Peter Hessler was an English major turned journalist, when he returned to China and wrote, what would eventually be, this work of narrative non-fiction. He had spent time in Fuling years earlier, in the Peace Corps, and wrote a wonderful memoir of that experience called River Town. One the things that makes Hessler’s writing so compelling is his ease of storytelling. You feel like you are right there beside him as he immerses himself in China circa the year 2000.
The perspective has changed with this work. As Hessler explains, in River Town, he was the teacher and his writing covered the reactions of the students to his teaching. In this book, he is the journalist, and it’s his interpretations, rather than the students that are being relayed.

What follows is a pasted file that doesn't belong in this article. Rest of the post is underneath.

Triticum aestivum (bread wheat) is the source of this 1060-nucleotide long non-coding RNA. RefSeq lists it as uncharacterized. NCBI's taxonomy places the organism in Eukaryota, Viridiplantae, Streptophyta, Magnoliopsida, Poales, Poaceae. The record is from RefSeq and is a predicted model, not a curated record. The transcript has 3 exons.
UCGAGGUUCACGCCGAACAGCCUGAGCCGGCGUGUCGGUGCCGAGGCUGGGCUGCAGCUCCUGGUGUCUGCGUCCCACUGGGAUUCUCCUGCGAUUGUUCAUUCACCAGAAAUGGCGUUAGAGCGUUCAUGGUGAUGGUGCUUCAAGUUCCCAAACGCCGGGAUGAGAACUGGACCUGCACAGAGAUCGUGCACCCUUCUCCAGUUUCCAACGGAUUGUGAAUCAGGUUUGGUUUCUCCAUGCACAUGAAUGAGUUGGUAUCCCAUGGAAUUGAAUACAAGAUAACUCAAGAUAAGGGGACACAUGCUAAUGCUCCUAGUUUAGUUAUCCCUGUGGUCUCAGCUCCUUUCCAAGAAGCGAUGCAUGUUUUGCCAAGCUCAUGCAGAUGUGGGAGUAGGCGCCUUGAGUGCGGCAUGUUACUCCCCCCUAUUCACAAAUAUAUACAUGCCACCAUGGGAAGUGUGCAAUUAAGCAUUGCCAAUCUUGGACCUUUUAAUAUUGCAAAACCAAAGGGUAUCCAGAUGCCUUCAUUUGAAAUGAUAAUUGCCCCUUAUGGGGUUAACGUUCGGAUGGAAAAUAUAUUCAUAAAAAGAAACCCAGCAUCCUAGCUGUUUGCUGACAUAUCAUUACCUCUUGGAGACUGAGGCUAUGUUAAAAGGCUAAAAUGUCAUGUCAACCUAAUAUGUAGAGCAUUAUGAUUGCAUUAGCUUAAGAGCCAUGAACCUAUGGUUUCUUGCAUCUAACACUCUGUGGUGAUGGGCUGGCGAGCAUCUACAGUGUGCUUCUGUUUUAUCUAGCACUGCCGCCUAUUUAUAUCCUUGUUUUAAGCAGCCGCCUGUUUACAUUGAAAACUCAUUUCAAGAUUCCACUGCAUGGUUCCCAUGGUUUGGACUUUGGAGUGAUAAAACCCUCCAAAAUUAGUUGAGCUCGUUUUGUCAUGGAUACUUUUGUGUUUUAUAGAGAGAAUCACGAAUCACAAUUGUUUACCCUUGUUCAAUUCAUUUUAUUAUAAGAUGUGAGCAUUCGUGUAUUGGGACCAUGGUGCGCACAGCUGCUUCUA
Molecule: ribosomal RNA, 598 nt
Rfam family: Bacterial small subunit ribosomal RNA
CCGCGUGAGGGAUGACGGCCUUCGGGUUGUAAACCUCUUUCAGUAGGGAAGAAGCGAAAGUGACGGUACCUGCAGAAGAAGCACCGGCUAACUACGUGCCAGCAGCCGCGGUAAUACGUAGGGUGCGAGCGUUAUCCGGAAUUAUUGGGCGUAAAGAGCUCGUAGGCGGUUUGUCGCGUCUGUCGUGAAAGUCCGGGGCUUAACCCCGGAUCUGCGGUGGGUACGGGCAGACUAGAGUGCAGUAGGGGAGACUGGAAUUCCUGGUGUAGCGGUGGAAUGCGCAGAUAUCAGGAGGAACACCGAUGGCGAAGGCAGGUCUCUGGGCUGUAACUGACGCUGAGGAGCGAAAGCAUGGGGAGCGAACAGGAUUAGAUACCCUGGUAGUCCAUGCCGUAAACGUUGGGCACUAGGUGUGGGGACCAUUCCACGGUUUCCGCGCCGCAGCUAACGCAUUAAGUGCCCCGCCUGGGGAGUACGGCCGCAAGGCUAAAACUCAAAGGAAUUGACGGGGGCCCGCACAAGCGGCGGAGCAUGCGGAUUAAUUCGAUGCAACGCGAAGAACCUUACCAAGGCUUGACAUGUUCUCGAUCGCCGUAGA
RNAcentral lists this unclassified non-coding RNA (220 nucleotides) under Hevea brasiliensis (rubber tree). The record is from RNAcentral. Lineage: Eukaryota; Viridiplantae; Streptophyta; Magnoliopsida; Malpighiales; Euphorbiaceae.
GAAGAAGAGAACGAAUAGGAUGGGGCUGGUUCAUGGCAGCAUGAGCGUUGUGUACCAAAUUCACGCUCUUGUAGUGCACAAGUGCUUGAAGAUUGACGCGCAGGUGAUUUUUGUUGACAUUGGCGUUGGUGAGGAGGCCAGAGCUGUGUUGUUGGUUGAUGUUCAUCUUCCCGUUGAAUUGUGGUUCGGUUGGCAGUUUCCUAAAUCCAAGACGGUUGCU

In a piece for National Geographic, Hessler journeys to Anyang to research the Oracle Bones. Anyang is the site of an archeological dig where ancient turtle shells were found. The shells were found to have writing on them from the Shang Dynasty, and were used for divination. I enjoyed how Hessler researched these bones and the men who were important in bringing this find to light. Through his research, the author brings an amazing tale of the importance of culture and language, and the consequences of advocating one’s own ideas in the age of Mao. Somehow, he managed to show, through the Oracle Bones, the path China has taken.
We are reintroduced to his former students (now older, with families and jobs), and that is a marvelous way to see the changing country. Since this memoir took place fifteen years ago, I can only imagine what it must be like now, given China’s rapid changes. I’ll just have to look for more Hessler memoirs…
5 stars (out of 5)
Published in 2007